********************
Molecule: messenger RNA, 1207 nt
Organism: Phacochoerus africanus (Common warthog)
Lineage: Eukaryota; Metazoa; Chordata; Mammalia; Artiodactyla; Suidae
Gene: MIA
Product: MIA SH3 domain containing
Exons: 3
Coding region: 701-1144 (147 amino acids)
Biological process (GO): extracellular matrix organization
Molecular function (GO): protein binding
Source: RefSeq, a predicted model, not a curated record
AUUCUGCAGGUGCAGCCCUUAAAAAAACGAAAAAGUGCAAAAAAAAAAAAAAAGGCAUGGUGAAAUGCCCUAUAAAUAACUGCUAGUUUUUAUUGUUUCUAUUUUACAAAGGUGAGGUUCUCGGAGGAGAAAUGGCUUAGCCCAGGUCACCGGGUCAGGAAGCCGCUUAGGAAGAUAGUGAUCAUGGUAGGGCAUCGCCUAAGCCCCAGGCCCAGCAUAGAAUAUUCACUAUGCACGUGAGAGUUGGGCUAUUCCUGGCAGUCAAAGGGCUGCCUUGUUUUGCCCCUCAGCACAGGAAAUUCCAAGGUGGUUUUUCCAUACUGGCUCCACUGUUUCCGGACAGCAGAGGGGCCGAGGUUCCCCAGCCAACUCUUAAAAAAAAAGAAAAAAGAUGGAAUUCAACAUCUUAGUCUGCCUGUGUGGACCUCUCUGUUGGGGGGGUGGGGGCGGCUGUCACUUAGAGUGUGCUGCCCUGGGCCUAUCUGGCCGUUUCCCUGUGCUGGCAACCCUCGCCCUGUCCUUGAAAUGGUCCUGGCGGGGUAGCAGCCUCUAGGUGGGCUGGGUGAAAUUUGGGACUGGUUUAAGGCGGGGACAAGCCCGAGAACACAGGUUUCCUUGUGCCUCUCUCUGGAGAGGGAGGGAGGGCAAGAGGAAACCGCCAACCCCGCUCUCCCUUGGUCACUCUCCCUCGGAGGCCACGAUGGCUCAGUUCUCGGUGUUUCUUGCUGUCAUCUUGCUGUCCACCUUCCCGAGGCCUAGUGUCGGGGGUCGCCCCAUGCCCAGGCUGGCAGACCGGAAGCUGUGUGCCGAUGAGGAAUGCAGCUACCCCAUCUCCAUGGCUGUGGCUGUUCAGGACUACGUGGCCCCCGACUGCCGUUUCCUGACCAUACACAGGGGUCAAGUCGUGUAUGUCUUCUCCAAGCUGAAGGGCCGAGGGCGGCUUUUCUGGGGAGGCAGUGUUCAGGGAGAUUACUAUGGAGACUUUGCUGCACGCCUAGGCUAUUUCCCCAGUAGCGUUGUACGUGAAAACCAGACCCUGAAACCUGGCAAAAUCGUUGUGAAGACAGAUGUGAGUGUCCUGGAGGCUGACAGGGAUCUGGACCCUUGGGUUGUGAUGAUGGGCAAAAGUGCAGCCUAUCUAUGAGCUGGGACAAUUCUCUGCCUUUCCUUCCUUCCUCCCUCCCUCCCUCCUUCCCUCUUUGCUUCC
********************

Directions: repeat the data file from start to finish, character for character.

Molecule: messenger RNA, 1207 nt
Organism: Phacochoerus africanus (Common warthog)
Lineage: Eukaryota; Metazoa; Chordata; Mammalia; Artiodactyla; Suidae
Gene: MIA
Product: MIA SH3 domain containing
Exons: 3
Coding region: 701-1144 (147 amino acids)
Biological process (GO): extracellular matrix organization
Molecular function (GO): protein binding
Source: RefSeq, a predicted model, not a curated record
AUUCUGCAGGUGCAGCCCUUAAAAAAACGAAAAAGUGCAAAAAAAAAAAAAAAGGCAUGGUGAAAUGCCCUAUAAAUAACUGCUAGUUUUUAUUGUUUCUAUUUUACAAAGGUGAGGUUCUCGGAGGAGAAAUGGCUUAGCCCAGGUCACCGGGUCAGGAAGCCGCUUAGGAAGAUAGUGAUCAUGGUAGGGCAUCGCCUAAGCCCCAGGCCCAGCAUAGAAUAUUCACUAUGCACGUGAGAGUUGGGCUAUUCCUGGCAGUCAAAGGGCUGCCUUGUUUUGCCCCUCAGCACAGGAAAUUCCAAGGUGGUUUUUCCAUACUGGCUCCACUGUUUCCGGACAGCAGAGGGGCCGAGGUUCCCCAGCCAACUCUUAAAAAAAAAGAAAAAAGAUGGAAUUCAACAUCUUAGUCUGCCUGUGUGGACCUCUCUGUUGGGGGGGUGGGGGCGGCUGUCACUUAGAGUGUGCUGCCCUGGGCCUAUCUGGCCGUUUCCCUGUGCUGGCAACCCUCGCCCUGUCCUUGAAAUGGUCCUGGCGGGGUAGCAGCCUCUAGGUGGGCUGGGUGAAAUUUGGGACUGGUUUAAGGCGGGGACAAGCCCGAGAACACAGGUUUCCUUGUGCCUCUCUCUGGAGAGGGAGGGAGGGCAAGAGGAAACCGCCAACCCCGCUCUCCCUUGGUCACUCUCCCUCGGAGGCCACGAUGGCUCAGUUCUCGGUGUUUCUUGCUGUCAUCUUGCUGUCCACCUUCCCGAGGCCUAGUGUCGGGGGUCGCCCCAUGCCCAGGCUGGCAGACCGGAAGCUGUGUGCCGAUGAGGAAUGCAGCUACCCCAUCUCCAUGGCUGUGGCUGUUCAGGACUACGUGGCCCCCGACUGCCGUUUCCUGACCAUACACAGGGGUCAAGUCGUGUAUGUCUUCUCCAAGCUGAAGGGCCGAGGGCGGCUUUUCUGGGGAGGCAGUGUUCAGGGAGAUUACUAUGGAGACUUUGCUGCACGCCUAGGCUAUUUCCCCAGUAGCGUUGUACGUGAAAACCAGACCCUGAAACCUGGCAAAAUCGUUGUGAAGACAGAUGUGAGUGUCCUGGAGGCUGACAGGGAUCUGGACCCUUGGGUUGUGAUGAUGGGCAAAAGUGCAGCCUAUCUAUGAGCUGGGACAAUUCUCUGCCUUUCCUUCCUUCCUCCCUCCCUCCCUCCUUCCCUCUUUGCUUCC